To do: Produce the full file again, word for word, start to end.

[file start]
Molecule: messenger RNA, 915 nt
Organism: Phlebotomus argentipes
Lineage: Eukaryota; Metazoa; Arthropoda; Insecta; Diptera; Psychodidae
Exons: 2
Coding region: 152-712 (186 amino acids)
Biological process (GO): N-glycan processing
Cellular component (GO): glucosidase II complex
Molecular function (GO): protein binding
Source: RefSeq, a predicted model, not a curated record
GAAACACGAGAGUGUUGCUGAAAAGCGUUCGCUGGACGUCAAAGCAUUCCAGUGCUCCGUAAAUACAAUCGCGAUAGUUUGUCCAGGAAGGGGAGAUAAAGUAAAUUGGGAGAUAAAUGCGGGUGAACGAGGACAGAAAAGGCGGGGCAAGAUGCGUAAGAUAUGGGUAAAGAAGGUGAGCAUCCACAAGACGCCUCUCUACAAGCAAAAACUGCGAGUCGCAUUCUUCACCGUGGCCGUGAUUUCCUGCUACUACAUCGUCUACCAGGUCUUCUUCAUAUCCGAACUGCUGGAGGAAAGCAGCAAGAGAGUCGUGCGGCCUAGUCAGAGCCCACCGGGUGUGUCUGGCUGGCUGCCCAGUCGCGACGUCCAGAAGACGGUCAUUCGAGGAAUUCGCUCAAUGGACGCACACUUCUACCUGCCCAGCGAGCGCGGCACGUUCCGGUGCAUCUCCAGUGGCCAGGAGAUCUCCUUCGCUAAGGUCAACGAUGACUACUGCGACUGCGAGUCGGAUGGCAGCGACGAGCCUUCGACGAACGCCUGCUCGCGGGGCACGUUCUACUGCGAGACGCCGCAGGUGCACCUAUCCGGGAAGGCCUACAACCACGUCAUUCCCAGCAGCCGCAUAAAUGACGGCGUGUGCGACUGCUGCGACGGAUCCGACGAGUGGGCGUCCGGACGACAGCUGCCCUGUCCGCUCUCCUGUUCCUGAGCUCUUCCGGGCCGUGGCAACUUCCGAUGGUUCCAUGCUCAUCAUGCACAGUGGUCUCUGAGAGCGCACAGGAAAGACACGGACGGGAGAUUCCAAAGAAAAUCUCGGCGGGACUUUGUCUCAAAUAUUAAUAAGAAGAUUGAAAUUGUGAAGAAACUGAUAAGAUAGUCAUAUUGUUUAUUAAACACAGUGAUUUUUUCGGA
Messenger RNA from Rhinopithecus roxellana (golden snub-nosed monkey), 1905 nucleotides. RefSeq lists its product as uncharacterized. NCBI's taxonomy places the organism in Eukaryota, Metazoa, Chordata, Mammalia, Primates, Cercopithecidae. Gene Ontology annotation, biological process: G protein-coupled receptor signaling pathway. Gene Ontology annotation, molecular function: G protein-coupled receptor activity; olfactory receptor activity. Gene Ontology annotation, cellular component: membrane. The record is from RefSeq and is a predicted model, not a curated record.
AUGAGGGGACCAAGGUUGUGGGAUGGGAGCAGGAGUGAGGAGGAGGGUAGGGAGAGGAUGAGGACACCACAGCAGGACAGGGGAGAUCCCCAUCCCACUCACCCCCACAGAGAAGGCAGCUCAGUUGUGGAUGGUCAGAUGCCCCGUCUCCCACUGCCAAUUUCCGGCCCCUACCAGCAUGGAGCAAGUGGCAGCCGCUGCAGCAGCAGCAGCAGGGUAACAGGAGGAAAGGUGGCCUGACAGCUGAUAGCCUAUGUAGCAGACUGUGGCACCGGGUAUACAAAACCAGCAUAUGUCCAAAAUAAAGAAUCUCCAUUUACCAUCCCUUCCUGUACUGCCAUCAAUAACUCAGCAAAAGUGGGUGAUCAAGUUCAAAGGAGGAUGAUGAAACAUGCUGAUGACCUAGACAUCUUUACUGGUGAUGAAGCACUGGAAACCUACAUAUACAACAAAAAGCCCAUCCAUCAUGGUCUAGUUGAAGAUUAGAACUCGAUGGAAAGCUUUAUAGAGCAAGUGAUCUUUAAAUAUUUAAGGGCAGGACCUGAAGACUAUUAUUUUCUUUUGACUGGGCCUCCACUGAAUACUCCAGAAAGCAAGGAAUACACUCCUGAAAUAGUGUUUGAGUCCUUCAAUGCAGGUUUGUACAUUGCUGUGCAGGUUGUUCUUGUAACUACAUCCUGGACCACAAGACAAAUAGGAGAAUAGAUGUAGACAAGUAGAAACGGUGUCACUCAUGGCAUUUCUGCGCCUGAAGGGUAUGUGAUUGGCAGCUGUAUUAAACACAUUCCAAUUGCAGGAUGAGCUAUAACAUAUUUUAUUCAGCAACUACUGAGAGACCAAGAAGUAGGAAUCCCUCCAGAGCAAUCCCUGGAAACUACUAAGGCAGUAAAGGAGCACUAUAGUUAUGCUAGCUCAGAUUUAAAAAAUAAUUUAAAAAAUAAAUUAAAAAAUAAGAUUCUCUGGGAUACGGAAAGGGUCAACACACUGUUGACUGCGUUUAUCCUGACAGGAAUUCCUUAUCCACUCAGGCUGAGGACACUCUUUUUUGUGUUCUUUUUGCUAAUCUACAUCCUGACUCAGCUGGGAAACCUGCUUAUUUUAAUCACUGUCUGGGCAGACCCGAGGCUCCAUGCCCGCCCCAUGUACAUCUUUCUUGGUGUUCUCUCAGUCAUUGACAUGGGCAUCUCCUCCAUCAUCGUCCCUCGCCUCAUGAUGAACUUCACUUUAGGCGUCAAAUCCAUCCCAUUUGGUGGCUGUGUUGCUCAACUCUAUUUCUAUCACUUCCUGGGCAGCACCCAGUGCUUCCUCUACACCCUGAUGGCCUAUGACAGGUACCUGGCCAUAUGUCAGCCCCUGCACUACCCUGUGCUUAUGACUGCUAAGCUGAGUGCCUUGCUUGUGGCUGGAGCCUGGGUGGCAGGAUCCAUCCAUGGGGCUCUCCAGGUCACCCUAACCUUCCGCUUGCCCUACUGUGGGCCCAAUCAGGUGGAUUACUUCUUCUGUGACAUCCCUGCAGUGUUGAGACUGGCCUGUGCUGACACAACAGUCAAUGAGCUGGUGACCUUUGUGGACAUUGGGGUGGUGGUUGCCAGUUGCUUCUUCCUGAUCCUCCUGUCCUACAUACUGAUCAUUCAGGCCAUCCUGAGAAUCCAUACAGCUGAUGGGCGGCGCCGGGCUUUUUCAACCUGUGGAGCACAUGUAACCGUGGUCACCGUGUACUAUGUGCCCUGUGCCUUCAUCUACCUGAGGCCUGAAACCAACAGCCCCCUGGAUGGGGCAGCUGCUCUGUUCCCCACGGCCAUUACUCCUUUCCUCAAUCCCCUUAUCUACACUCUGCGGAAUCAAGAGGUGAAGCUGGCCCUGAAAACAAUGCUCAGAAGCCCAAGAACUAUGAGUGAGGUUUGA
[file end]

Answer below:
Molecule: messenger RNA, 915 nt
Organism: Phlebotomus argentipes
Lineage: Eukaryota; Metazoa; Arthropoda; Insecta; Diptera; Psychodidae
Exons: 2
Coding region: 152-712 (186 amino acids)
Biological process (GO): N-glycan processing
Cellular component (GO): glucosidase II complex
Molecular function (GO): protein binding
Source: RefSeq, a predicted model, not a curated record
GAAACACGAGAGUGUUGCUGAAAAGCGUUCGCUGGACGUCAAAGCAUUCCAGUGCUCCGUAAAUACAAUCGCGAUAGUUUGUCCAGGAAGGGGAGAUAAAGUAAAUUGGGAGAUAAAUGCGGGUGAACGAGGACAGAAAAGGCGGGGCAAGAUGCGUAAGAUAUGGGUAAAGAAGGUGAGCAUCCACAAGACGCCUCUCUACAAGCAAAAACUGCGAGUCGCAUUCUUCACCGUGGCCGUGAUUUCCUGCUACUACAUCGUCUACCAGGUCUUCUUCAUAUCCGAACUGCUGGAGGAAAGCAGCAAGAGAGUCGUGCGGCCUAGUCAGAGCCCACCGGGUGUGUCUGGCUGGCUGCCCAGUCGCGACGUCCAGAAGACGGUCAUUCGAGGAAUUCGCUCAAUGGACGCACACUUCUACCUGCCCAGCGAGCGCGGCACGUUCCGGUGCAUCUCCAGUGGCCAGGAGAUCUCCUUCGCUAAGGUCAACGAUGACUACUGCGACUGCGAGUCGGAUGGCAGCGACGAGCCUUCGACGAACGCCUGCUCGCGGGGCACGUUCUACUGCGAGACGCCGCAGGUGCACCUAUCCGGGAAGGCCUACAACCACGUCAUUCCCAGCAGCCGCAUAAAUGACGGCGUGUGCGACUGCUGCGACGGAUCCGACGAGUGGGCGUCCGGACGACAGCUGCCCUGUCCGCUCUCCUGUUCCUGAGCUCUUCCGGGCCGUGGCAACUUCCGAUGGUUCCAUGCUCAUCAUGCACAGUGGUCUCUGAGAGCGCACAGGAAAGACACGGACGGGAGAUUCCAAAGAAAAUCUCGGCGGGACUUUGUCUCAAAUAUUAAUAAGAAGAUUGAAAUUGUGAAGAAACUGAUAAGAUAGUCAUAUUGUUUAUUAAACACAGUGAUUUUUUCGGA
Messenger RNA from Rhinopithecus roxellana (golden snub-nosed monkey), 1905 nucleotides. RefSeq lists its product as uncharacterized. NCBI's taxonomy places the organism in Eukaryota, Metazoa, Chordata, Mammalia, Primates, Cercopithecidae. Gene Ontology annotation, biological process: G protein-coupled receptor signaling pathway. Gene Ontology annotation, molecular function: G protein-coupled receptor activity; olfactory receptor activity. Gene Ontology annotation, cellular component: membrane. The record is from RefSeq and is a predicted model, not a curated record.
AUGAGGGGACCAAGGUUGUGGGAUGGGAGCAGGAGUGAGGAGGAGGGUAGGGAGAGGAUGAGGACACCACAGCAGGACAGGGGAGAUCCCCAUCCCACUCACCCCCACAGAGAAGGCAGCUCAGUUGUGGAUGGUCAGAUGCCCCGUCUCCCACUGCCAAUUUCCGGCCCCUACCAGCAUGGAGCAAGUGGCAGCCGCUGCAGCAGCAGCAGCAGGGUAACAGGAGGAAAGGUGGCCUGACAGCUGAUAGCCUAUGUAGCAGACUGUGGCACCGGGUAUACAAAACCAGCAUAUGUCCAAAAUAAAGAAUCUCCAUUUACCAUCCCUUCCUGUACUGCCAUCAAUAACUCAGCAAAAGUGGGUGAUCAAGUUCAAAGGAGGAUGAUGAAACAUGCUGAUGACCUAGACAUCUUUACUGGUGAUGAAGCACUGGAAACCUACAUAUACAACAAAAAGCCCAUCCAUCAUGGUCUAGUUGAAGAUUAGAACUCGAUGGAAAGCUUUAUAGAGCAAGUGAUCUUUAAAUAUUUAAGGGCAGGACCUGAAGACUAUUAUUUUCUUUUGACUGGGCCUCCACUGAAUACUCCAGAAAGCAAGGAAUACACUCCUGAAAUAGUGUUUGAGUCCUUCAAUGCAGGUUUGUACAUUGCUGUGCAGGUUGUUCUUGUAACUACAUCCUGGACCACAAGACAAAUAGGAGAAUAGAUGUAGACAAGUAGAAACGGUGUCACUCAUGGCAUUUCUGCGCCUGAAGGGUAUGUGAUUGGCAGCUGUAUUAAACACAUUCCAAUUGCAGGAUGAGCUAUAACAUAUUUUAUUCAGCAACUACUGAGAGACCAAGAAGUAGGAAUCCCUCCAGAGCAAUCCCUGGAAACUACUAAGGCAGUAAAGGAGCACUAUAGUUAUGCUAGCUCAGAUUUAAAAAAUAAUUUAAAAAAUAAAUUAAAAAAUAAGAUUCUCUGGGAUACGGAAAGGGUCAACACACUGUUGACUGCGUUUAUCCUGACAGGAAUUCCUUAUCCACUCAGGCUGAGGACACUCUUUUUUGUGUUCUUUUUGCUAAUCUACAUCCUGACUCAGCUGGGAAACCUGCUUAUUUUAAUCACUGUCUGGGCAGACCCGAGGCUCCAUGCCCGCCCCAUGUACAUCUUUCUUGGUGUUCUCUCAGUCAUUGACAUGGGCAUCUCCUCCAUCAUCGUCCCUCGCCUCAUGAUGAACUUCACUUUAGGCGUCAAAUCCAUCCCAUUUGGUGGCUGUGUUGCUCAACUCUAUUUCUAUCACUUCCUGGGCAGCACCCAGUGCUUCCUCUACACCCUGAUGGCCUAUGACAGGUACCUGGCCAUAUGUCAGCCCCUGCACUACCCUGUGCUUAUGACUGCUAAGCUGAGUGCCUUGCUUGUGGCUGGAGCCUGGGUGGCAGGAUCCAUCCAUGGGGCUCUCCAGGUCACCCUAACCUUCCGCUUGCCCUACUGUGGGCCCAAUCAGGUGGAUUACUUCUUCUGUGACAUCCCUGCAGUGUUGAGACUGGCCUGUGCUGACACAACAGUCAAUGAGCUGGUGACCUUUGUGGACAUUGGGGUGGUGGUUGCCAGUUGCUUCUUCCUGAUCCUCCUGUCCUACAUACUGAUCAUUCAGGCCAUCCUGAGAAUCCAUACAGCUGAUGGGCGGCGCCGGGCUUUUUCAACCUGUGGAGCACAUGUAACCGUGGUCACCGUGUACUAUGUGCCCUGUGCCUUCAUCUACCUGAGGCCUGAAACCAACAGCCCCCUGGAUGGGGCAGCUGCUCUGUUCCCCACGGCCAUUACUCCUUUCCUCAAUCCCCUUAUCUACACUCUGCGGAAUCAAGAGGUGAAGCUGGCCCUGAAAACAAUGCUCAGAAGCCCAAGAACUAUGAGUGAGGUUUGA